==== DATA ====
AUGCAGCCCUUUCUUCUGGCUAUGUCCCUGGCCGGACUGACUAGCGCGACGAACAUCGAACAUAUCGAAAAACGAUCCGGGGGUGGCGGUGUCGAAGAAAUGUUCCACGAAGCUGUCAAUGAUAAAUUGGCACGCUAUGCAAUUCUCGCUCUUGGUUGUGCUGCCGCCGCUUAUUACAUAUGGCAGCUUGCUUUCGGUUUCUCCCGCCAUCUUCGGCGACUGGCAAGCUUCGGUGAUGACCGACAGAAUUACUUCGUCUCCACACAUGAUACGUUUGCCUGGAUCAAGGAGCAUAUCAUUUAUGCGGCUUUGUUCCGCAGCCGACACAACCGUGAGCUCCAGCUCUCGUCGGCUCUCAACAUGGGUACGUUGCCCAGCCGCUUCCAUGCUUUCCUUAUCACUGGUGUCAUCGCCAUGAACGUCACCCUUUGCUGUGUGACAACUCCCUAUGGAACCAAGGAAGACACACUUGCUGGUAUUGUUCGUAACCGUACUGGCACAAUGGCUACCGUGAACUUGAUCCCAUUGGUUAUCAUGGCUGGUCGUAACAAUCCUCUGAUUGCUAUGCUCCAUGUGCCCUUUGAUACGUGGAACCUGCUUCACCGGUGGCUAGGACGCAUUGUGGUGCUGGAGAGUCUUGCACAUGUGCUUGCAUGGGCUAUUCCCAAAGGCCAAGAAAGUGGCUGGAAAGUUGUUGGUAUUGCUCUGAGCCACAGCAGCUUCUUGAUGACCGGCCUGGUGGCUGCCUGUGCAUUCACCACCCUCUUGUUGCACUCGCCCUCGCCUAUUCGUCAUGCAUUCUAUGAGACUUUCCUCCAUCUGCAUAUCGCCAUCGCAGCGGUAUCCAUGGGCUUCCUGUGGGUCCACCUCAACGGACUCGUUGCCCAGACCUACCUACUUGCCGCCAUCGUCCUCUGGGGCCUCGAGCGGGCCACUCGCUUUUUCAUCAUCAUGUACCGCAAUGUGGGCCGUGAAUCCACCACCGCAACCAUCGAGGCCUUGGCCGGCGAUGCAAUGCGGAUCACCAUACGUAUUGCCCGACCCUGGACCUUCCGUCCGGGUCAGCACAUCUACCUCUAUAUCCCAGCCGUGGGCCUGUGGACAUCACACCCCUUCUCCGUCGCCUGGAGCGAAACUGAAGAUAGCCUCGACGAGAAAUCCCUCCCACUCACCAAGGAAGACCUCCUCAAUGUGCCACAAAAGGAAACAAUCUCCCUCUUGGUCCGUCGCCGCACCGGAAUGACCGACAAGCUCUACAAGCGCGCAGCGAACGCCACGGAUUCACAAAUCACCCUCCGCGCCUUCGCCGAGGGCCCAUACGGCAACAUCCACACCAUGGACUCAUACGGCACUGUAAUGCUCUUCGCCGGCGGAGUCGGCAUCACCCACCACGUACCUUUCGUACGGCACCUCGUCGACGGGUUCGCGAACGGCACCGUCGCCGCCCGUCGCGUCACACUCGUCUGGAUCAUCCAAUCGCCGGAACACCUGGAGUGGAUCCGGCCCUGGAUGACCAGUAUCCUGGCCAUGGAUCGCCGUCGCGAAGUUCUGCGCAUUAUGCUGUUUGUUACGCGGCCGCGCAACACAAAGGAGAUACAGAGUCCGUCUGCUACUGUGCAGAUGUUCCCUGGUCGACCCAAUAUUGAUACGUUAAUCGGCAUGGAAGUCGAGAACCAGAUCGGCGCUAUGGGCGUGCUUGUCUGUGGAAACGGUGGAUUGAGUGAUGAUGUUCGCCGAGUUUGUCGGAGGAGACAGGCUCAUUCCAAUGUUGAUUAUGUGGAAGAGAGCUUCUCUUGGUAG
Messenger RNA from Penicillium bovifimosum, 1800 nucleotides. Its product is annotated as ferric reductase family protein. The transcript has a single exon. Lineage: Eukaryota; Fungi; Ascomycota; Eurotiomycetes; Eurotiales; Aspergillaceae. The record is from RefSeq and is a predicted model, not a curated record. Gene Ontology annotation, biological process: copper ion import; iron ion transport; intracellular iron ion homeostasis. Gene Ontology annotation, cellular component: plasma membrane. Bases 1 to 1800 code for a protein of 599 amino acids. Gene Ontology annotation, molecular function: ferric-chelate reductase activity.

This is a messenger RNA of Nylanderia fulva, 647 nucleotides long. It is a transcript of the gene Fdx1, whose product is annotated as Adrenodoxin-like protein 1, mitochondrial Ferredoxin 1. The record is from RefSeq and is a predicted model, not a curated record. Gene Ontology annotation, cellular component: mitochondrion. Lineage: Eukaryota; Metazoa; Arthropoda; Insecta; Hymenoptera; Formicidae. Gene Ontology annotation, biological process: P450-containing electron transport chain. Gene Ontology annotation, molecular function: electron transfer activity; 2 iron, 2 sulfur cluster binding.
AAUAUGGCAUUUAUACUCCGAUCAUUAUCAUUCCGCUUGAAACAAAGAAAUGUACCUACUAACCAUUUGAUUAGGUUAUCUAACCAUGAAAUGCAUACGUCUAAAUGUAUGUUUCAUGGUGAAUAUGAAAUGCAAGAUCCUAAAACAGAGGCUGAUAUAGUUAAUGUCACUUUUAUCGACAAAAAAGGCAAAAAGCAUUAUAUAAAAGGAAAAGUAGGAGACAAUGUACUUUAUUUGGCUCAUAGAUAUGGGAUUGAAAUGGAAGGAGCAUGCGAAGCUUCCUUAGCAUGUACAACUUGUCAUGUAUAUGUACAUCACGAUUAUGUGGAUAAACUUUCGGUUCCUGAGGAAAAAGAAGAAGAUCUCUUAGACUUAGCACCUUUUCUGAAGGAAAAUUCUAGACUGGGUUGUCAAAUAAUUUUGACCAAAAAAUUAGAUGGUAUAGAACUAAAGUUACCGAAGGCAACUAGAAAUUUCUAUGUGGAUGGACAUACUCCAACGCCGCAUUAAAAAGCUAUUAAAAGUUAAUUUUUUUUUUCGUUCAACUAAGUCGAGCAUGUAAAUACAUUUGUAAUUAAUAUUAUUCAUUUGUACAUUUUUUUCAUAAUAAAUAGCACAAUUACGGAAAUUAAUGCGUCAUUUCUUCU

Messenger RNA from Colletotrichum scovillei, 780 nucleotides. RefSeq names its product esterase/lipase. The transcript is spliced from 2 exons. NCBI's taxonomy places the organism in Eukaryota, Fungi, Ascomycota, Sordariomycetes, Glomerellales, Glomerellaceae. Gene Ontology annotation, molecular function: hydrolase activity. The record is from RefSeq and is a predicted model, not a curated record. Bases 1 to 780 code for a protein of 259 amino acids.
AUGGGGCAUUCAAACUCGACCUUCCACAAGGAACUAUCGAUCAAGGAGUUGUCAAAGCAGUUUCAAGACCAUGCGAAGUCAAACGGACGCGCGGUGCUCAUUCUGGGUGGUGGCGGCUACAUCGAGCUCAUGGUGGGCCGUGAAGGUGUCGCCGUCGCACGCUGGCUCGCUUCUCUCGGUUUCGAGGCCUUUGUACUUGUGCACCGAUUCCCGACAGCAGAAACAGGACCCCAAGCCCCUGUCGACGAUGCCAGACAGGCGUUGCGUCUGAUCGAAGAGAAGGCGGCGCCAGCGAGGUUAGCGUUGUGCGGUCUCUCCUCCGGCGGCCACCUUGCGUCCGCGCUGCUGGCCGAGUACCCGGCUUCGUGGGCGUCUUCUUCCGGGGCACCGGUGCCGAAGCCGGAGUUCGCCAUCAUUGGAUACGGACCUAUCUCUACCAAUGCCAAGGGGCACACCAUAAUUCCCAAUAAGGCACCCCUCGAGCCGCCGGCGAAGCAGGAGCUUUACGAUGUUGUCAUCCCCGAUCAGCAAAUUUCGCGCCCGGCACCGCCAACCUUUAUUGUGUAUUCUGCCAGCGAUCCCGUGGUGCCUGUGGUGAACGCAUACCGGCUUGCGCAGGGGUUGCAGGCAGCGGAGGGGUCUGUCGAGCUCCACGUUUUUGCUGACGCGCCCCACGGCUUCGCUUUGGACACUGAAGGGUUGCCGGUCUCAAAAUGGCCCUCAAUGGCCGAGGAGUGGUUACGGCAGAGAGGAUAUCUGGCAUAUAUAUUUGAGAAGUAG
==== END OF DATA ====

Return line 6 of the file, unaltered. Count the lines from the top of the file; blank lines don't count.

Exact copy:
AUGGGGCAUUCAAACUCGACCUUCCACAAGGAACUAUCGAUCAAGGAGUUGUCAAAGCAGUUUCAAGACCAUGCGAAGUCAAACGGACGCGCGGUGCUCAUUCUGGGUGGUGGCGGCUACAUCGAGCUCAUGGUGGGCCGUGAAGGUGUCGCCGUCGCACGCUGGCUCGCUUCUCUCGGUUUCGAGGCCUUUGUACUUGUGCACCGAUUCCCGACAGCAGAAACAGGACCCCAAGCCCCUGUCGACGAUGCCAGACAGGCGUUGCGUCUGAUCGAAGAGAAGGCGGCGCCAGCGAGGUUAGCGUUGUGCGGUCUCUCCUCCGGCGGCCACCUUGCGUCCGCGCUGCUGGCCGAGUACCCGGCUUCGUGGGCGUCUUCUUCCGGGGCACCGGUGCCGAAGCCGGAGUUCGCCAUCAUUGGAUACGGACCUAUCUCUACCAAUGCCAAGGGGCACACCAUAAUUCCCAAUAAGGCACCCCUCGAGCCGCCGGCGAAGCAGGAGCUUUACGAUGUUGUCAUCCCCGAUCAGCAAAUUUCGCGCCCGGCACCGCCAACCUUUAUUGUGUAUUCUGCCAGCGAUCCCGUGGUGCCUGUGGUGAACGCAUACCGGCUUGCGCAGGGGUUGCAGGCAGCGGAGGGGUCUGUCGAGCUCCACGUUUUUGCUGACGCGCCCCACGGCUUCGCUUUGGACACUGAAGGGUUGCCGGUCUCAAAAUGGCCCUCAAUGGCCGAGGAGUGGUUACGGCAGAGAGGAUAUCUGGCAUAUAUAUUUGAGAAGUAG